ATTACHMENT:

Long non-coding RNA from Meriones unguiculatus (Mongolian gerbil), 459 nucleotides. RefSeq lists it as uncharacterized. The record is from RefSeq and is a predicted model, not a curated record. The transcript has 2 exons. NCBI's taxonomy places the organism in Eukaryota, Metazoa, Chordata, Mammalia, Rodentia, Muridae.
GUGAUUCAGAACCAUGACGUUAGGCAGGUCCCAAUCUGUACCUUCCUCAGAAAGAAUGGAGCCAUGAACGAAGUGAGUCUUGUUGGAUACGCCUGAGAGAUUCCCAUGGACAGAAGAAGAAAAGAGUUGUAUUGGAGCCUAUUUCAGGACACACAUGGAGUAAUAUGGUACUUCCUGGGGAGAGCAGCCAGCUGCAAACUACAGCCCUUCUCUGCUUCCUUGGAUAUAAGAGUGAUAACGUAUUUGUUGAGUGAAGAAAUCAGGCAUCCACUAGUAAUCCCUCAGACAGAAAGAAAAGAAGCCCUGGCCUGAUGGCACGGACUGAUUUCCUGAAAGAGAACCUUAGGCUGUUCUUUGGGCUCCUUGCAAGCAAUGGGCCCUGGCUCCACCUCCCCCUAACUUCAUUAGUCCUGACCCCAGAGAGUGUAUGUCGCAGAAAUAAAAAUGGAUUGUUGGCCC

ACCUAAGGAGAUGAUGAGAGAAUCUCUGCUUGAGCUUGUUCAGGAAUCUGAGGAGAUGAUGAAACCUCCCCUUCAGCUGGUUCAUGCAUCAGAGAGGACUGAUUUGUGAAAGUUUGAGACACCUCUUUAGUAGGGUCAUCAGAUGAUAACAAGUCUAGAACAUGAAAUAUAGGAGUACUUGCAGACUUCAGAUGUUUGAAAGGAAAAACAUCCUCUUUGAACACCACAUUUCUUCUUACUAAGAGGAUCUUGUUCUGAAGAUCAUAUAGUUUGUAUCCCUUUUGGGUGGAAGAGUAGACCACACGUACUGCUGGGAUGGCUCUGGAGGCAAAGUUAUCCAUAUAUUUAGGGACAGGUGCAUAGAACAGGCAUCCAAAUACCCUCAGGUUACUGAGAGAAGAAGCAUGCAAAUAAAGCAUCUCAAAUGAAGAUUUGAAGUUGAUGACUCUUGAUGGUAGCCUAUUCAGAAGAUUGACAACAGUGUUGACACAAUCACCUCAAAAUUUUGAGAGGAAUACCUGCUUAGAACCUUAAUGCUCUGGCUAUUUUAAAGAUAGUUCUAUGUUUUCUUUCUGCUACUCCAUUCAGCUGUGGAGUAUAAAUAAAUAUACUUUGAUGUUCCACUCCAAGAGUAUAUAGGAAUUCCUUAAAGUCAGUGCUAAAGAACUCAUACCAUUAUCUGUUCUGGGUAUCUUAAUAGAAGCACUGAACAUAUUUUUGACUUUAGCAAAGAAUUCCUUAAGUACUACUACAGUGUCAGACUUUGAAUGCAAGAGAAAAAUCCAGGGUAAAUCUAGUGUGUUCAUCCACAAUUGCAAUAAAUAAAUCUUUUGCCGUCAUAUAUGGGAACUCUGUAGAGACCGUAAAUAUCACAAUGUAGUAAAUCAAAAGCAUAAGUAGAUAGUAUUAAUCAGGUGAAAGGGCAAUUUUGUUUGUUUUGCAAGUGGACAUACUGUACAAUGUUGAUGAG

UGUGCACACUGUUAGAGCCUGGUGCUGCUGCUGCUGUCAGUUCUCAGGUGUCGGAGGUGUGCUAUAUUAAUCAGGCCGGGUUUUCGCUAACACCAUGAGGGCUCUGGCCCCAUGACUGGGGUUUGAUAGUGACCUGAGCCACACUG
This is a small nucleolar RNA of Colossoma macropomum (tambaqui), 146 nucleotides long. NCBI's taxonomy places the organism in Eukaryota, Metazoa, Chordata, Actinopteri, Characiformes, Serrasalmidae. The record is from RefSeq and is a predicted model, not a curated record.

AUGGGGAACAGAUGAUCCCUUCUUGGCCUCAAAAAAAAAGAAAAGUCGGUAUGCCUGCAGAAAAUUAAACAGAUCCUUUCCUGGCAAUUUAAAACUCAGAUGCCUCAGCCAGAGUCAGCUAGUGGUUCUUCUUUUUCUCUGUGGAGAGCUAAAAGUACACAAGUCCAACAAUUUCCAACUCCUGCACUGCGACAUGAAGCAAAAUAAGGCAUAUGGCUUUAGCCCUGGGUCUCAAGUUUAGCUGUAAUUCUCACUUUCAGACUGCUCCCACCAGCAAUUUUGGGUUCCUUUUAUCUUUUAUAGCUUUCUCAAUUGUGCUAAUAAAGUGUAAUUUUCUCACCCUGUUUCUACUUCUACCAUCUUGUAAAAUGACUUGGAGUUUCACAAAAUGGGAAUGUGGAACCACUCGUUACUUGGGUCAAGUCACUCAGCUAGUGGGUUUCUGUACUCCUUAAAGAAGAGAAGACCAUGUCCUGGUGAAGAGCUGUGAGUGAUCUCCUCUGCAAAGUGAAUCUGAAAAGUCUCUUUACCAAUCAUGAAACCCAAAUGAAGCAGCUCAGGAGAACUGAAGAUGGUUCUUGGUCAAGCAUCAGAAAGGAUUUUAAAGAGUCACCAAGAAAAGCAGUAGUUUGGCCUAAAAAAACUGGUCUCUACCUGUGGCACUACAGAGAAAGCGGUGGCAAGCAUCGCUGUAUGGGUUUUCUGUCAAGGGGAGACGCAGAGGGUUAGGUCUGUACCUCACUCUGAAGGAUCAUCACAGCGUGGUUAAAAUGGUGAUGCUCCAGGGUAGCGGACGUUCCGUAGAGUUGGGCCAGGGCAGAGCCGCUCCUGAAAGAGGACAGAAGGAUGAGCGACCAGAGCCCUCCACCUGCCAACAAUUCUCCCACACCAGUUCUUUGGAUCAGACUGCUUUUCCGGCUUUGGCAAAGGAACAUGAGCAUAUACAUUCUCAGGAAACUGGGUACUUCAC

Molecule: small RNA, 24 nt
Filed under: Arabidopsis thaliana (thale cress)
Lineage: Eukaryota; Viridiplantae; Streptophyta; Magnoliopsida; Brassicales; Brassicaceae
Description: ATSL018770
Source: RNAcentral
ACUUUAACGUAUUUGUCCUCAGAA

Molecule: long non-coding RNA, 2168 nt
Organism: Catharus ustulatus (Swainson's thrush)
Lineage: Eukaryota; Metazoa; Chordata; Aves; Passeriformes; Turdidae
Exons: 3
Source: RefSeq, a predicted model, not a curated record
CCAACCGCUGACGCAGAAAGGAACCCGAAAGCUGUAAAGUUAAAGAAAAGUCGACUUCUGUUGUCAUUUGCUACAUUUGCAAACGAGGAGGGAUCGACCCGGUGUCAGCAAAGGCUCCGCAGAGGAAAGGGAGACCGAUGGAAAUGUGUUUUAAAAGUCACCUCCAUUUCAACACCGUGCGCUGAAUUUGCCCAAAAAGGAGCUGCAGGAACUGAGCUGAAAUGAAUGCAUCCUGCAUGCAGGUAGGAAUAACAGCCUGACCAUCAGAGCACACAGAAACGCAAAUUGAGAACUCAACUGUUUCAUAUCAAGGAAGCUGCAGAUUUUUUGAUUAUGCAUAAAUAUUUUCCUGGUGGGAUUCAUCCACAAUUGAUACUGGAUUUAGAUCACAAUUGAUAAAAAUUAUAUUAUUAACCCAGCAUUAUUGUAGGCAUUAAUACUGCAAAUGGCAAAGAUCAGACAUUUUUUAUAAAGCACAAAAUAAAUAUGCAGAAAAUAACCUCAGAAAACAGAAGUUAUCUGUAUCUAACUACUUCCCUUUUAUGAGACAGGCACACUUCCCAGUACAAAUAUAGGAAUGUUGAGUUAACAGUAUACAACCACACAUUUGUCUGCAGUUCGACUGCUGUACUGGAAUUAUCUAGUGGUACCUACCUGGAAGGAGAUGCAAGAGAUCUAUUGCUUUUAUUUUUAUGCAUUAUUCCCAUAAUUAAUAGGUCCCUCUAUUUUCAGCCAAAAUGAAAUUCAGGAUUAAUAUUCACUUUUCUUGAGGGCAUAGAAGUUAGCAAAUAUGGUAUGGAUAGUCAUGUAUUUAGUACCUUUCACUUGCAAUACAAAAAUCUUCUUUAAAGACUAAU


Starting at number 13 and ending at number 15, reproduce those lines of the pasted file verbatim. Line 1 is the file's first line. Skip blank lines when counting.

Molecule: long non-coding RNA, 2168 nt
Organism: Catharus ustulatus (Swainson's thrush)
Lineage: Eukaryota; Metazoa; Chordata; Aves; Passeriformes; Turdidae